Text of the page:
By Cafe Society
By Kristin Pazulski
By Chris Utterback
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By Jamie Swinnerton
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By Mark Antonation
By Lori Midson
"I want real beer on Sunday," says Blake Harrison.
Newly graduated from the University of Colorado Law School, Harrison is putting his money where his mouth wants to be, by working to end the state's ban on the Sunday retail sale of full-strength beer and spirits. If he's successful, Coloradans will no longer have to settle for 3.2 beer from the supermarket or shots in bars on the Sabbath. "This is my civic duty," he says.
In order to do his duty, however, Harrison faces a sobering task. Between now and August 5, he must collect the signatures of over 80,000 registered voters in Colorado who share his opinion -- or would at least like to see the matter on the November ballot. So far, he says, the consumers he's contacted are on his side. "The most common response I get when I ask people to sign the petition is, 'Hell, yes!' People don't think the government should be getting into their business," he explains.
Unfortunately for Harrison, he also has a very real opponent: Colorado's beer-and-spirits retailers. "Many of the people in the industry are almost violently opposed to it," Harrison says of his proposal. "They seem to think the law is there for them, not all of us."
Lynn Hopwood heads the Colorado Licensed Beverage Retailers Association, a 500-member collective of largely off-premise retailers. If Harrison's proposal passes, CLBRA members would gain an extra day of business -- and that's a gift they don't want. "It's a ma-and-pa industry," Hopwood explains, "and they're working a lot of hours already. Blake Harrison wants to infringe on that, as far as they're concerned."
"The beverage retailers are fighting to protect the status quo," Harrison responds. "They have a day off that's legislatively protected. Nobody else in retail has that legislative protection."
Across the country, the sale of alcohol was banned on Sundays as a nod to temperance-minded politicians and church groups. But over the years, many states relaxed those laws. Lisa Hawkins, of the Distilled Spirits Council of the United States, a trade-and-lobbying outfit for the nation's spirits makers, says 23 states now permit the Sunday sale of liquor in some form; about half of the states allow retail sales of real beer on Sunday.
This spring, Oregon became the latest state to end its Sunday ban. According to Hawkins, there are benefits to doing so. "We see it as a very innovative way for states to raise revenue without raising taxes," she says. Her group researched sales in Oregon and concluded that lifting the ban there "could generate between $3.5 and $5 million for the state."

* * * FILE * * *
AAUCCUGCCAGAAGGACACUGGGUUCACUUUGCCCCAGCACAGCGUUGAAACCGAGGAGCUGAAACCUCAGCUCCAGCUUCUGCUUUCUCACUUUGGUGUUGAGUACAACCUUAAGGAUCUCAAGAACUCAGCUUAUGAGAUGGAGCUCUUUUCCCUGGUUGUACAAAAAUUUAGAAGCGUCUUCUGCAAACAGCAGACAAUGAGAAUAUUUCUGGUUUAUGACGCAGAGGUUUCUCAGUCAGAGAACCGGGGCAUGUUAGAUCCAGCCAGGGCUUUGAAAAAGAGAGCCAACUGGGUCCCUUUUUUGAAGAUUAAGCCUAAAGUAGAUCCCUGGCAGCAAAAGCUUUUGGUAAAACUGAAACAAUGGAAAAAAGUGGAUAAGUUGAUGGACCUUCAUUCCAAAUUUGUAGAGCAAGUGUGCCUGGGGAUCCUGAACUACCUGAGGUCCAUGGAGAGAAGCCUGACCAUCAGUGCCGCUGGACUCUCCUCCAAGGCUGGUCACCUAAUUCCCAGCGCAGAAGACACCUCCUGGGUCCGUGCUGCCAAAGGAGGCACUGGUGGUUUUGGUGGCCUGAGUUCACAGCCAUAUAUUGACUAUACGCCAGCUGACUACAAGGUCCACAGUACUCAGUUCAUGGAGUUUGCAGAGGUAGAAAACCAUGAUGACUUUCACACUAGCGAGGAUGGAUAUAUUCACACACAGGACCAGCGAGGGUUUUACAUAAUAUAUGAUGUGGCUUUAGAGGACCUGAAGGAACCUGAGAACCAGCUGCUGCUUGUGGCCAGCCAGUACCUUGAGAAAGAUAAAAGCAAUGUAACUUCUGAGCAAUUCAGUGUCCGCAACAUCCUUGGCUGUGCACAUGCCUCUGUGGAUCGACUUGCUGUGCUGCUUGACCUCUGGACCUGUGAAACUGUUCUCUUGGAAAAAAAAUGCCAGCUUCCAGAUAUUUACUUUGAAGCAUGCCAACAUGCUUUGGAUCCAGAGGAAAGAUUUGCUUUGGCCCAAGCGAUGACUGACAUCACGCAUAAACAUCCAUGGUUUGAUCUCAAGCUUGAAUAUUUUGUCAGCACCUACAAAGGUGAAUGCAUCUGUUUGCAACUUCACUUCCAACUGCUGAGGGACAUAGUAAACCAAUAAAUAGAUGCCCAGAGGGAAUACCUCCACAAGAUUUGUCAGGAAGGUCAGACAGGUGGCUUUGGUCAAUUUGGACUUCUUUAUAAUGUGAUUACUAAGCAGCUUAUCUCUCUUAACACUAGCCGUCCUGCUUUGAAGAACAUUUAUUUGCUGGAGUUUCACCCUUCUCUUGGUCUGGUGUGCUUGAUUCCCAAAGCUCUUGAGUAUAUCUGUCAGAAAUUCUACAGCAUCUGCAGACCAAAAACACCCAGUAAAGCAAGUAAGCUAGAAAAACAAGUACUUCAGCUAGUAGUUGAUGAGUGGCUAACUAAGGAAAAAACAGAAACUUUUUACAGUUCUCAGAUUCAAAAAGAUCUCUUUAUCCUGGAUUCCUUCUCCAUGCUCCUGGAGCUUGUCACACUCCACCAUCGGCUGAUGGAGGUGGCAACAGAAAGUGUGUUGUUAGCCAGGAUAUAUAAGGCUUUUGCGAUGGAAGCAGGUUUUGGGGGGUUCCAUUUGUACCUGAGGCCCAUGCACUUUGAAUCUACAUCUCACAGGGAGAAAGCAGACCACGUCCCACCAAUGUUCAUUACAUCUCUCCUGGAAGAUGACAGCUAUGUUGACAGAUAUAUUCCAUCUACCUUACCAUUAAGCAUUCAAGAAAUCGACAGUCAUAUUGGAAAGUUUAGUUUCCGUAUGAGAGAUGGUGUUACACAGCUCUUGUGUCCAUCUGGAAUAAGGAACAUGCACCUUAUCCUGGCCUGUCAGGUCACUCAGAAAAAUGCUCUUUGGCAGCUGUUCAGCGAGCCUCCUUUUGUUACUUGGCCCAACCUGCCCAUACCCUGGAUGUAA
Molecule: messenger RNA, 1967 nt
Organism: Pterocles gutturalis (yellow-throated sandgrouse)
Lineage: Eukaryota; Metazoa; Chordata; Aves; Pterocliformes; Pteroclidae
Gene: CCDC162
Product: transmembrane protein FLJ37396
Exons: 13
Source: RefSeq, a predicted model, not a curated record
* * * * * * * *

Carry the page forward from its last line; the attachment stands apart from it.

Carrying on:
But opponents of Sunday sales in Colorado dispute those findings, insisting that lifting the ban here would simply spread existing sales over seven days rather than six. And while Harrison suggests that liquor retailers could still remain closed on Sundays if they chose to, the retailers themselves say that might not be possible.
"If your competitors are open," says Argonaut Liquors' Ron Vaughn, "you have to be open. If your customers go someplace else and they're happy, they go back."
Jim Shpall, vice president of Applejack Liquors in Wheat Ridge, agrees: "It creates an environment where you'd have to add an extra business day." Both Vaughn and Shpall say they'd prefer to remain closed on Sunday and let their staffs enjoy a day off. But both also speculate that if the ban ended, they'd consider opening on Sundays in order to keep their customers happy.
Many of this state's visitors would no doubt appreciate the added hours. "Tourism is Colorado's second-largest industry," says Hawkins. "Our research shows that most of the tourists coming into Colorado are coming from states with Sunday sales. They're very accustomed to buying their spirits on Sunday."
Harrison developed a taste for policy issues while working in Washington, D.C., as an intern for Republican representative Scott McInnis. He started his anti-blue-law campaign as a CU class project, a way to test the waters of public policy -- his intended field -- while tackling an injustice for Colorado's tipplers. But even so, some tipplers don't appreciate his efforts. While gathering signatures at a recent sporting event, he recalls, "Somebody asked me, 'Don't you have better things to be doing with your time?' I told them, 'It looks like you're here just drinking, and I'm trying to make a difference.' I don't think it's time wasted."
Harrison has assembled a growing cadre of over fifty volunteers who are helping to secure John Hancocks from Coloradans through- out the state; he's launched a Web site (www.liquorlaws.org) that's spreading the news about his Coloradans for Alcohol Choice campaign and helping to recruit more signature-collectors. He's also holding fundraisers, since he's discovered that the initiative process is typically carried out by paid name gatherers, not grassroots idealists. "It's a sad commentary on the public-initiated change of laws," Harrison says. "It's one of the most disheartening things about all of this."
Right now, Harrison is shopping a number of petition companies for the lowest signature-collecting rate. "It takes a lot of money, but that's politics for you," he says. "If I had the support of the liquor stores, they'd write me a check for $50,000 tomorrow, and this would be on the ballot.